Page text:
(ĐTĐ) – Neuropathic pain (‘neuralgia’) is a pain that comes from problems with signals from the nerves. There are various causes. It is different to the common type of pain that is due to an injury, burn, pressure, etc. Traditional painkillers such as paracetamol, anti-inflammatories, codeine and morphine may help, but often do not help very much. However, neuropathic pain is often eased by antidepressant or anti-epileptic medicines – by an action that is separate to their action on depression and epilepsy. Other pain relieving techniques are sometimes used.
What is neuropathic pain?
Pain is broadly divided into two types – nociceptive pain and neuropathic pain.
This is the type of pain that all people have had at some point. It is caused by actual, or potential damage to tissues. For example, a cut, a burn, an injury, pressure or force from outside the body, or pressure from inside the body (for example, from a tumour) can all cause nociceptive pain. The reason we feel pain in these situations is because tiny nerve endings become activated or damaged by the injury, and this sends pain messages to the brain via nerves.
Nociceptive pain tends to be sharp or aching. It also tends to be eased well by ‘traditional’ painkillers such as paracetamol, anti-inflammatory painkillers, codeine and morphine.
This type of pain is caused by a problem with one or more nerves themselves. There is often no ‘injury’ or tissue damage that triggers the pain. However, the function of the nerve is affected in a way that it sends pain messages to the brain. Neuropathic pain is often described as burning, stabbing, shooting, aching, or like an ‘electric-shock’.
Neuropathic pain is less likely than nociceptive pain to be helped by traditional painkillers. However, other types of medicines often work well to ease the pain (see below).
The rest of this leaflet is just about neuropathic pain.
What causes neuropathic pain?
Various conditions can affect nerves and may cause neuropathic pain as one of the features of the condition. These include the following:
Post herpetic neuralgia (pain following shingles)
Diabetic neuropathy – a nerve disorder that develops in some people with diabetes
Phantom limb pain following an amputation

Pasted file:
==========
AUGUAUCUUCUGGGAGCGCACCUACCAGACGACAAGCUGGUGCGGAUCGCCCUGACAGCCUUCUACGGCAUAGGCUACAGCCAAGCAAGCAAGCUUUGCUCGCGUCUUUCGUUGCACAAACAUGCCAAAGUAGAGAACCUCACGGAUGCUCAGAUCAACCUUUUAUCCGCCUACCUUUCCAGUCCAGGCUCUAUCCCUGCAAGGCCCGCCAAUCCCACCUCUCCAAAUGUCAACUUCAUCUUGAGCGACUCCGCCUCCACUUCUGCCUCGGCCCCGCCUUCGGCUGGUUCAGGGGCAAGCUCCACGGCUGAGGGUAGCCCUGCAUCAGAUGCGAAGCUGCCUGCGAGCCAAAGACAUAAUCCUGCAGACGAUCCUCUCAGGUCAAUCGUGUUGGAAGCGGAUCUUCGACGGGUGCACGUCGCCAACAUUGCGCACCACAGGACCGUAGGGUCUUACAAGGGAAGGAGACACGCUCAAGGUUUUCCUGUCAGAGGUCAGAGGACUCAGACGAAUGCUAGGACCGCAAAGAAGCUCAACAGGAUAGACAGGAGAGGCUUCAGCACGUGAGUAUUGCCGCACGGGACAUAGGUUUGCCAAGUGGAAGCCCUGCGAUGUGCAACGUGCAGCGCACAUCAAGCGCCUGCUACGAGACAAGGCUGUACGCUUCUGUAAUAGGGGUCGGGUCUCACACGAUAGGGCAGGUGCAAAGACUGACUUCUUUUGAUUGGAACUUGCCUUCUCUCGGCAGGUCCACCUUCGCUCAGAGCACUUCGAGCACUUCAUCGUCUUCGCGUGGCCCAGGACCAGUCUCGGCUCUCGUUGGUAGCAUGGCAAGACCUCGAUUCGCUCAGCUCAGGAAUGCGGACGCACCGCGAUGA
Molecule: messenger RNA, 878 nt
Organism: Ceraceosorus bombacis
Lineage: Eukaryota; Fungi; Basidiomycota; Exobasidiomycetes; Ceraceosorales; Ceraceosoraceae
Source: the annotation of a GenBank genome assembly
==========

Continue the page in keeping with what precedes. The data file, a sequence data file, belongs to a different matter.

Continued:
Pain following chemotherapy
Atypical facial pain
Various other uncommon nerve disorders
Note: you can have nociceptive pain and neuropathic pain at the same time, sometimes caused by the same condition. For example, you may develop nociceptive pain and neuropathic pain from certain cancers.
More about the nature of neuropathic pain
Related to the pain there may also be:
Allodynia. This means that the pain comes on, or gets worse, with a touch or stimulus that would not normally cause pain. For example, a slight touch on the face may trigger pain if you have trigeminal neuralgia, or the pressure of the bedclothes may trigger pain if you have diabetic neuropathy.
Hyperalgesia. This means that you get severe pain from a stimulus or touch that would normally cause only slight discomfort. For example, a mild prod on the painful area may cause intense pain.
Paresthesia. This means that you get unpleasant or painful feelings even when there is nothing touching you, and no stimulus. For example, you may have painful pins and needles, or electric shock like sensations.
In addition to the pain itself, the impact that the pain has on your life may be just as important. For example, the pain may lead to disturbed sleep, anxiety and depression.
How common is neuropathic pain?
It is estimated that about 1 in 100 people in the UK have persistent (chronic) neuropathic pain. It is much more common in older people who are more prone to developing the conditions listed above.
What is the treatment for neuropathic pain?
Treating the underlying cause – if possible
Treating the underlying cause
If this is possible, it may help to ease the pain. For example, if you have diabetic neuropathy then good control of the diabetes may help to ease the condition. If you have cancer, if this can be treated then this may ease the pain. Note: the severity of the pain often does not correspond with the seriousness of the underlying condition. For example, postherpetic neuralgia (pain after shingles) can cause a severe pain, even though there is no rash or signs of infection remaining.
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